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Trump will not block ex-FBI director's testimony

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Donald Trump will not use presidential powers to prevent ex-FBI director James Comey from testifying to Congress on Thursday, the White House said, setting the stage for potentially explosive testimony later this week.

[WASHINGTON] Donald Trump will not use presidential powers to prevent ex-FBI director James Comey from testifying to Congress on Thursday, the White House said, setting the stage for potentially explosive testimony later this week.

The ousted FBI director will appear on Thursday before the Senate intelligence committee, for a hearing sure to be replete with political drama and intrigue.

Most major US television networks plan to carry the event live. Some bars in the US capital are even planning to open early for viewing parties.

These will be the first public remarks from Mr Comey since he was summarily fired by Mr Trump in early May, and represent a moment of great peril for this already embattled president.

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Mr Comey's sacking came as the Federal Bureau of Investigation probes possible collusion between the president's election campaign team and Russia - which US intelligence believes hoped to tilt the election in the Republican's favor.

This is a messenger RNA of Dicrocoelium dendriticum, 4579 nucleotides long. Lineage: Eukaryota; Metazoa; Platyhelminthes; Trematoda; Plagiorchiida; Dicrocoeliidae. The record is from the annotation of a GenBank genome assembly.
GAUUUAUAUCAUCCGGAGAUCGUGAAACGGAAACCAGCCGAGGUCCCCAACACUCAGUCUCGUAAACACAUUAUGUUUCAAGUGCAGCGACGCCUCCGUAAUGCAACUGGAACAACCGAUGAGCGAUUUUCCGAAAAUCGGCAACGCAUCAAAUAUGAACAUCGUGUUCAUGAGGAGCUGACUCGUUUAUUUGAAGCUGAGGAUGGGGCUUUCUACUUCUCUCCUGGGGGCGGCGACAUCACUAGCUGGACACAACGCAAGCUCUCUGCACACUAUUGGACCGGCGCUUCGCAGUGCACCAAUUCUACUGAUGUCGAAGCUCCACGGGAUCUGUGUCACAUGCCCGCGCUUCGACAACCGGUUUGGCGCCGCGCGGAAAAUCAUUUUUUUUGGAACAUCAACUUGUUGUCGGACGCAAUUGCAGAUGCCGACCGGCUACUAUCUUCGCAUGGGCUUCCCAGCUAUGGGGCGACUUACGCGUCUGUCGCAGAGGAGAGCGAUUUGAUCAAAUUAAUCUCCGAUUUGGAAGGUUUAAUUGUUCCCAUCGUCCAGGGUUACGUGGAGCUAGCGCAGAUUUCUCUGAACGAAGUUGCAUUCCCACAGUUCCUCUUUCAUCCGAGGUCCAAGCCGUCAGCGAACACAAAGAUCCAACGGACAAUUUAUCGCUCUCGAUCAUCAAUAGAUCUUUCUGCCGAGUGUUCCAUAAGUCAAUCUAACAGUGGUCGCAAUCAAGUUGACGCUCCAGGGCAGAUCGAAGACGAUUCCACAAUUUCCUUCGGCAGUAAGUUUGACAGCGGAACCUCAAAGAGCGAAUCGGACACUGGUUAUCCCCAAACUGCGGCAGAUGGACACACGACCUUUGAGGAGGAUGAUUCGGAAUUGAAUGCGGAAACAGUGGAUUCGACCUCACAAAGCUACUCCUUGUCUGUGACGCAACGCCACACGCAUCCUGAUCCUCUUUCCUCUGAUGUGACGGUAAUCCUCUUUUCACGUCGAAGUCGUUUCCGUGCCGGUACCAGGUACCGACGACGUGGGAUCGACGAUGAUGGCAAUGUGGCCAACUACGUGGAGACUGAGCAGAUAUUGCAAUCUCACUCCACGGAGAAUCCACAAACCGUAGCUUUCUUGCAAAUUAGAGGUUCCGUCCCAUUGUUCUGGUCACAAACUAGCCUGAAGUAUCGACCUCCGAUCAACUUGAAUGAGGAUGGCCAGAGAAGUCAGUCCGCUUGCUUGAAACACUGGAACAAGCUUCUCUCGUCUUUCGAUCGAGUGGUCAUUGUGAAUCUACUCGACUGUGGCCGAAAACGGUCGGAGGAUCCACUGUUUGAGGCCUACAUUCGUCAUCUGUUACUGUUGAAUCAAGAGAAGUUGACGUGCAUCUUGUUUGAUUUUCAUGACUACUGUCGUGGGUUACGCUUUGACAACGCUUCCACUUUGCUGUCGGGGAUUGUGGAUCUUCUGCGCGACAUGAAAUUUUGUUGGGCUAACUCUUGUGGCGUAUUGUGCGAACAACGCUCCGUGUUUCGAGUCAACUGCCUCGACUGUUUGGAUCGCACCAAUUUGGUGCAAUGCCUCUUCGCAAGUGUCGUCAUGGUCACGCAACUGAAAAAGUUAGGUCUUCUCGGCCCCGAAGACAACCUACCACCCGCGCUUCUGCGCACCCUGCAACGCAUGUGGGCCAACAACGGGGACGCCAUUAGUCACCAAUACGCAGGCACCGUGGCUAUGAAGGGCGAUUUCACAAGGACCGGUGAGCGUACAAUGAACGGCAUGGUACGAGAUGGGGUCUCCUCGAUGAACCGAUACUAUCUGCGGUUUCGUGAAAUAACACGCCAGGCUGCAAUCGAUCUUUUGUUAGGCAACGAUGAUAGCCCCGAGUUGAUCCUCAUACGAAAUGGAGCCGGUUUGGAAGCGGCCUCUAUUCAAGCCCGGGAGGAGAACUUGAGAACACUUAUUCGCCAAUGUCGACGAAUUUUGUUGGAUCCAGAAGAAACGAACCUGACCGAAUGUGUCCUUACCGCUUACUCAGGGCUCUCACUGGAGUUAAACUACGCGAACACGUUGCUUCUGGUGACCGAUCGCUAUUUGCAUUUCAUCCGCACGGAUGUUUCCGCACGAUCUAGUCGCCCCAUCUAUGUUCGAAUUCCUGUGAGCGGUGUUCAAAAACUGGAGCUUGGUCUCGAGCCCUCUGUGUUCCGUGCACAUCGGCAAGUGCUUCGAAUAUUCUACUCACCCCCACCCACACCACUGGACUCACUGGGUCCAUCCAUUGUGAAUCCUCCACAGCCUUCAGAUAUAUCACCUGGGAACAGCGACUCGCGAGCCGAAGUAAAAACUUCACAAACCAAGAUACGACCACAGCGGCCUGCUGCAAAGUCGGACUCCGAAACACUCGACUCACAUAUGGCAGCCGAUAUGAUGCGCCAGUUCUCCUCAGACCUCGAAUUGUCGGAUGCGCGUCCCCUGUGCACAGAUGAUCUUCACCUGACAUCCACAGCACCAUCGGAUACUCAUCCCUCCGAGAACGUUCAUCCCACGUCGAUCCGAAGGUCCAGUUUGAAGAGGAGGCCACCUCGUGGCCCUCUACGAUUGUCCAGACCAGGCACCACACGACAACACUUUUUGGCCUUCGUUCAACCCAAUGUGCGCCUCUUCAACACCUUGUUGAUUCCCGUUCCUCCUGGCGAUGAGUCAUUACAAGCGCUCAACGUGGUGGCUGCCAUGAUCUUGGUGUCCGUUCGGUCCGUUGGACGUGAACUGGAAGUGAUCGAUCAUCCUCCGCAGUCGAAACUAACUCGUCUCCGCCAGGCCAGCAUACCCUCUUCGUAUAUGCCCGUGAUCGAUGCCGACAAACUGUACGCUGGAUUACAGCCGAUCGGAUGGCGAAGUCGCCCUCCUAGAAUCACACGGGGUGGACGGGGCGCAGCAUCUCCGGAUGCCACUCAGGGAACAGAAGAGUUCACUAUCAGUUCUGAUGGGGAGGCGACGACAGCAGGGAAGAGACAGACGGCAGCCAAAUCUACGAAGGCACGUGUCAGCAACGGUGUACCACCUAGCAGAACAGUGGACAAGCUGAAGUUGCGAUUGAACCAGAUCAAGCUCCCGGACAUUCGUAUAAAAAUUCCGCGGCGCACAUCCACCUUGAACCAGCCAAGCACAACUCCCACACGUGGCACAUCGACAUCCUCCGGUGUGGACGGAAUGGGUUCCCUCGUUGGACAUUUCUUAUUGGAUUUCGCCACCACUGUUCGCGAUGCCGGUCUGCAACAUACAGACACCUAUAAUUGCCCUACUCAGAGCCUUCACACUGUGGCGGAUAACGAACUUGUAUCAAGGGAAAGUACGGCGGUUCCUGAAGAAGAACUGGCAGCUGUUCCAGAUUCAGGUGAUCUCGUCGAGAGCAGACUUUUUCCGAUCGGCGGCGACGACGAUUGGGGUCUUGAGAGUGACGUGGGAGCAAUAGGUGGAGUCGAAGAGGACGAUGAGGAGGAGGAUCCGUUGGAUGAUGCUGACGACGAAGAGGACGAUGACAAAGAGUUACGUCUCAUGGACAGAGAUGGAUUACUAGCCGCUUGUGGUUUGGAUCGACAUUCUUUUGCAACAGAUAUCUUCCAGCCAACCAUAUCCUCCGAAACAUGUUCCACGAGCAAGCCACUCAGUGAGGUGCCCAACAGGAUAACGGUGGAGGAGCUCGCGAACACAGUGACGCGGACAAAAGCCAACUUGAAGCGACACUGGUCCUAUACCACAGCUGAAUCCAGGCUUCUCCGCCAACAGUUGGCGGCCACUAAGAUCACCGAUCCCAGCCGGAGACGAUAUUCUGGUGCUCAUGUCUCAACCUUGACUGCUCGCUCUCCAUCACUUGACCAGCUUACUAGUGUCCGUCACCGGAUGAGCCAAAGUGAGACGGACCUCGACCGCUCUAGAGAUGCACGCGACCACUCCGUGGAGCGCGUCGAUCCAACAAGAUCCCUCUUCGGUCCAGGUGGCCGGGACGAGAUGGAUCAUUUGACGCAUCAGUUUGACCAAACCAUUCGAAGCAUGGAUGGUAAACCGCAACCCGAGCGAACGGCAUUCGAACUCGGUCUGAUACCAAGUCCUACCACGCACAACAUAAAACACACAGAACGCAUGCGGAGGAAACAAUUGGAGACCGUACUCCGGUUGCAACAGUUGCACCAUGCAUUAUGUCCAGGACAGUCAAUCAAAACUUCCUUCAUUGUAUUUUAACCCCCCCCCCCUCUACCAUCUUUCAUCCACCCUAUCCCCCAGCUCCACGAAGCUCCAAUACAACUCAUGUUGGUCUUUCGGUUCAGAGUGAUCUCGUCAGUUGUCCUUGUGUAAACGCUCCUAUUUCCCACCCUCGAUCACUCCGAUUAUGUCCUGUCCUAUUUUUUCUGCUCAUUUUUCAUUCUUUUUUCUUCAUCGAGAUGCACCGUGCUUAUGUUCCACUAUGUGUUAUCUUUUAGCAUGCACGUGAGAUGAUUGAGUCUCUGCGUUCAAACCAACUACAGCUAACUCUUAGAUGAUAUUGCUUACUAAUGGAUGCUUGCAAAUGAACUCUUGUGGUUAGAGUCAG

He will face a barrage of questions from Republican and Democratic lawmakers about the circumstances of his firing, as well as allegations that Trump tried to get Mr Comey to shelve the investigation of his aides.

Mr Comey is said to have written detailed notes about three conversations he had with Mr Trump while still FBI director.

The memorandums reportedly document the president's efforts to get the FBI to ease the investigation's focus on former national security advisor Michael Flynn.

Any confirmation that Mr Trump tried to press Mr Comey would open the president to damaging allegations that he attempted to obstruct an ongoing FBI investigation.

'SWIFT AND THOROUGH'

The White House said on Monday Mr Trump would not use presidential powers to block Mr Comey from testifying to Congress.

The White House had floated the idea that Mr Trump could invoke executive privilege, to protect the confidentiality of presidential discussions, but some aides were wary that it could look too much like a White House cover-up.

But Mr Trump's office put an end to that speculation on Monday, saying: "President Trump will not assert executive privilege regarding James Comey's scheduled testimony."

"The president's power to assert executive privilege is well-established," the White House said in a statement, adding that Mr Comey's testimony would "facilitate a swift and thorough examination of the facts."

Mr Comey's hotly awaited appearance on Capitol Hill comes as probes by the Justice Department and several congressional committees heat up.

Mr Trump's decision to fire Mr Comey led the Justice Department to appoint special counsel - former FBI director Robert Mueller - to look into allegations of collusion.

Mr Mueller, respected for his independence and thoroughness, has so far been silent about taking over the investigations.

He reportedly has met with Mr Comey to discuss the probe, and Mr Comey reportedly sought his approval to testify before lawmakers.

On Wednesday, the House Intelligence Committee issued subpoenas for Mr Trump's personal lawyer Michael Cohen and Flynn - who was also allegedly part of discussions between the president's son-in-law Jared Kushner and Russian ambassador Sergei Kislyak.

Besides Mr Kushner, Mr Cohen and Mr Flynn, the Justice and Congressional investigations are also looking into the Russia ties of former Trump campaign chief Paul Manafort, political consultant Roger Stone, and foreign affairs advisor Carter Page.

AFP

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